Toorak Uniting Church

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What Australia needs is written in the Scroll!

Epiphany 3
Luke 4: 14 – 21
Rev. Dr Christopher Page
27 January 2013

 Uluru
The local Pitjantjatjara people call the landmark Uluru.
This word has no further particular meaning in the Pitjantjatjara language, although it is used as a local family name by the senior Traditional Owners of Uluru.

Introduction
I love the picture on the front of today’s order of service. I have only been to Uluru once and that was five years ago when Anne and I spent a week travelling from Alice Springs through Kings Canyon to Uluru. The first sighting of this rock is spectacular. But it is not just the fact that it is this enormous rock, it is also that it seems to be in the centre of Australia – in the middle of the continent – and there is nothing like it anywhere else in the world. I have wondered if it is a tombstone placed in the centre of this dry, barren and harsh land. Or is it a monument to ancient wisdom and survival; a symbol of physical and spiritual power that both transcends the landscape and also gives Australia its unique meaning?

What is an Australian?
What is an Australian? I think if I hear that question asked one more time I will scream. You may have noticed the numerous articles in the newspapers this week, as we approach Australia Day, asking this question, "What is an Australian?" Some I found particularly interesting. An article by Amanda Vanstone explored the difference between patriotism and nationalism: I thought it was quite insightful. My sense is that patriotism is a feeling of belonging to a group – often a big group – and giving one’s heart and soul to the values of that group. But it is an emotion and, like all emotions, can have extreme consequences. Nationalism on the other hand is primarily where the boundaries of a country are drawn. We in Australia are in the unique position of having a single continent that is one nation. Does that exist anywhere else in the world? Of course if the Dutch had settled in West Australia or the French in South Australia then we may have been three nations.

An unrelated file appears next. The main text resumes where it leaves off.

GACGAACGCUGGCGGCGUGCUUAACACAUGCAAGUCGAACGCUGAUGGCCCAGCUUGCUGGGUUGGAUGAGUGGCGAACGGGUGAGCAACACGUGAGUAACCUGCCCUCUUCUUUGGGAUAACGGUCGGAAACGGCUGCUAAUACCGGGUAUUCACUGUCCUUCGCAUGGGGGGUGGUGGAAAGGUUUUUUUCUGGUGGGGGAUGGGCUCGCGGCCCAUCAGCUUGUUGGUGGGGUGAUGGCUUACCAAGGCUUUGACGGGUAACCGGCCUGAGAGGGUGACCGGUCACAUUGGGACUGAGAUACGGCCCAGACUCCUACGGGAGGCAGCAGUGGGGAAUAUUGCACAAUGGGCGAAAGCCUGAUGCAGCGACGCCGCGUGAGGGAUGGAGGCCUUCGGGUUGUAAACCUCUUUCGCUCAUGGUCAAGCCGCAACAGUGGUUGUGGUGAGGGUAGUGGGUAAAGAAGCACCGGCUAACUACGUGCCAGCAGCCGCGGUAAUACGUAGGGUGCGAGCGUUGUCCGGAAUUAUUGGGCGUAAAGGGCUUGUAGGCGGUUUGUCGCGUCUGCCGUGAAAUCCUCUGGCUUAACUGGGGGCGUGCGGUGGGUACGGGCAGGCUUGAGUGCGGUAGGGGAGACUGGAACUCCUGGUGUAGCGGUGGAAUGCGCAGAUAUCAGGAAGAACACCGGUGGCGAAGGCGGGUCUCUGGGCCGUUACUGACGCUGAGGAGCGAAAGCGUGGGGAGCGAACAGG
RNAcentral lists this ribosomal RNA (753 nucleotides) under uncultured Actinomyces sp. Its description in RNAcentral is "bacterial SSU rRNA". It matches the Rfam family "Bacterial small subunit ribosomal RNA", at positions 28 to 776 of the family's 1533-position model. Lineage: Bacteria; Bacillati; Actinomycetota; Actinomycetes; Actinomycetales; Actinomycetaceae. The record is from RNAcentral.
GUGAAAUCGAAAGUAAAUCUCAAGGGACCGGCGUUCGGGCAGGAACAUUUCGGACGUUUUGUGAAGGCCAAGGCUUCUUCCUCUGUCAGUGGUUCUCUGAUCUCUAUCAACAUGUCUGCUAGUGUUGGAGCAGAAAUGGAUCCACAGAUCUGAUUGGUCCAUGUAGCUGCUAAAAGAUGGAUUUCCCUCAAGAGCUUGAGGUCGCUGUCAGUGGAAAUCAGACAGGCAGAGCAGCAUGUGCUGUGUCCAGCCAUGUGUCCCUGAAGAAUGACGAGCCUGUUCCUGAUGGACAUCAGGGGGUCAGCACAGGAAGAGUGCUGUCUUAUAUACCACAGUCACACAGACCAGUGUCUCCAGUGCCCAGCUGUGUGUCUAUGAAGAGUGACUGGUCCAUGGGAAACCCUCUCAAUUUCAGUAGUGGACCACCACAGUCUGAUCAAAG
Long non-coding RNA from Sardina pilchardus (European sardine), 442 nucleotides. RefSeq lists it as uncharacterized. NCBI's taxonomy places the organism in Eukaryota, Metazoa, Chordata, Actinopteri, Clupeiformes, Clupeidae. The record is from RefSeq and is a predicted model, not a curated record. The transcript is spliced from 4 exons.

But what does it mean to be Australian? Well, here are a few things that do not mean you are an Australian. First, that you have to be Anglo-Saxon. It is plain and obvious that like every "second-world nation" Australia draws its ancestry from the world. Irish, Scottish, Polish, Italian, Greek, Vietnamese, African…. And it is also obvious that it doesn’t mean that you were born in Australia. Almost 30% of Australians were born outside Australia – Umm! Those New Zealanders will do anything to become Australian. Nor does it mean that you have to be a Christian. Sadly, there is a movement in Australia that draws its inspiration from groups in the USA and argues that Australia is a Christian country. I had a lovely conversation with a man after a funeral I conducted on Friday. He approached me and said, "Thank you Reverend, that was a lovely service. I’m Uniting Church, but I don’t go anymore." "Well", I said with a smile on my face, "Join the club, there are plenty of you out there. But if you ever want a second try, then Toorak Uniting is the place to go!" He laughed and we talked about what he did before his retirement.

You can’t be a Christian country by legislation, or religious absolutism or a kind of theocracy. We are open to all expressions of religion and of no religion. There have been many examples throughout history where religiosity has been legislated and every one of them has been disastrous.

What Australia needs is written in the Scroll!
Now see if I can connect this question of being Australian to the passage read earlier. In my opinion, what it means to be Christian in the nation we call Australia comes from the scroll read 2,000 years ago by a rabbi who had a flock of a couple of dozen followers:

He went to Nazareth, where he had been brought up, and on the Sabbath day he went into the synagogue, as was his custom. He stood up to read, and the scroll of the prophet Isaiah was handed to him. Unrolling the scroll, he found the place where it is written:
The Spirit of the Lord is on me,
because he has anointed me
to proclaim good news to the poor.
He has sent me to proclaim freedom for the prisoners
and recovery of sight for the blind, to set the oppressed free,
and to proclaim the year of the Lord’s favour.